This is also a test of character: The problem isn’t that Trump believes things that are wrong, the problem is him. This is about a man who is, to paraphrase something that Bret Stephens wrote last August—before an awful lot more evidence came in—appalling, and if a person doesn’t find him appalling, I doubt their judgment and capacity to recognize that which is appalling. He’s a common, boorish, vulgarian boob, an oafish, misogynist con-man, a rash, dimwitted degenerate bully who is, by the way, demanding control of American’s nuclear arsenal; if we can’t walk away from such a man, shaking our heads and saying “anathema sit,” that would speak poorly of us.

The best outcome for conservatives of the 2016 cycle would have been President Cruz. The second-best outcome is certainly not President Trump—and even if it were, that won’t happen. For all the reasons given above, disassociating this walking disaster from conservatism is our best possible shot if we want to have any hope of coming back from the wilderness in 2020. I detest the idea of a Clinton presidency; unlike the Trumpkins, I know exactly what that will means, but because of the choice they forced on the GOP, it is now the optimal outcome. Sometimes the best you can hope for is still really bleak. But that is where we are.

Finally, and relatedly, I want to address the practical upshot of #NeverTrump. It’s important that none of you kid yourself: We are going to elect Hillary Clinton as President of the United States. If that obnoxious result is too far beyond the pale, if that is in your judgment a worse outcome than Trump getting his short-fingered hands on the nuclear button, you’d better get on the Trump train. That said, I do want to underscore that not voting for Trump is not the same thing as voting for Hillary: Voting for Hillary is voting for Hillary. I hope that Indiana will be clearly in the Clinton column, freeing me to cast a write-in ballot. The idea of voting for her gives me hives. But if there’s doubt on that score, and if voting for Hillary is what it takes to keep Trump out, I’ll do it and I won’t feel bad about it for a second. We are in this mess in large part because of cowardice: Because the people I mentioned above were rhetorically against Trump but wouldn’t dirty their hands with what it would take to stop him. I will. Sometimes you gotta roll the hard six.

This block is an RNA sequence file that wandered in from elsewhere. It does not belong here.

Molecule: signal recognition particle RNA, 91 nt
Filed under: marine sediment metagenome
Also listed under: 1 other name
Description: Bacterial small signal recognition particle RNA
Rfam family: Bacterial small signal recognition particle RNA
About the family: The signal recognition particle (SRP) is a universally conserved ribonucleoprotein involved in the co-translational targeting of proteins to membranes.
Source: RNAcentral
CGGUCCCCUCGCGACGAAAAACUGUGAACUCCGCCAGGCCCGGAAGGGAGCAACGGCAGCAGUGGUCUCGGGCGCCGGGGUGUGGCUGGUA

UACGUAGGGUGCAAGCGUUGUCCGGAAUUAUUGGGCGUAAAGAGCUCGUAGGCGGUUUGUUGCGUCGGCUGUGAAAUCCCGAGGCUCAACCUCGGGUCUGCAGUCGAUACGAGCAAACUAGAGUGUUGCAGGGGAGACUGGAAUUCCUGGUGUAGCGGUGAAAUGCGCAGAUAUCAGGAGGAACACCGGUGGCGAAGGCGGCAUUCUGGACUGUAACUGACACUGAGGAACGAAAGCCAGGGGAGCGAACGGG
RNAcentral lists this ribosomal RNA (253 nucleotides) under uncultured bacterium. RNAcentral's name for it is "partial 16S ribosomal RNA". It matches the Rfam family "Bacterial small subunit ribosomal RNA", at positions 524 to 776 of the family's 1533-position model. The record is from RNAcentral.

In fine: Trump is going to lose; he’ll probably lose forty states, he may lose 45 if Hillary gets a tail-wind. The only question is whether we allow his people to tether the ship of conservatism to this barge-fire, to drag us down with them when they sink without trace. Also, I don’t have to worry that Hillary might start World War 3, or nuke Chicago because someone tweeted some lese majeste comment about his royal Donaldness. (Ilya Somin has more on the merits question here.) We are going to have to take drastic action; at this point, I will drop my objections to the article five strategy (the republic-ending consequences now being moot), and I agree with Robert Tracinski that we need to start building a third party immediately. But the immediate upshot is this: Like I suspect millions of people who woke up as Republicans on Tuesday, I went to bed that night as an Independent. It’s this simple: Donald Trump is not a Republican, but if he is, I’m not.

Between Breaths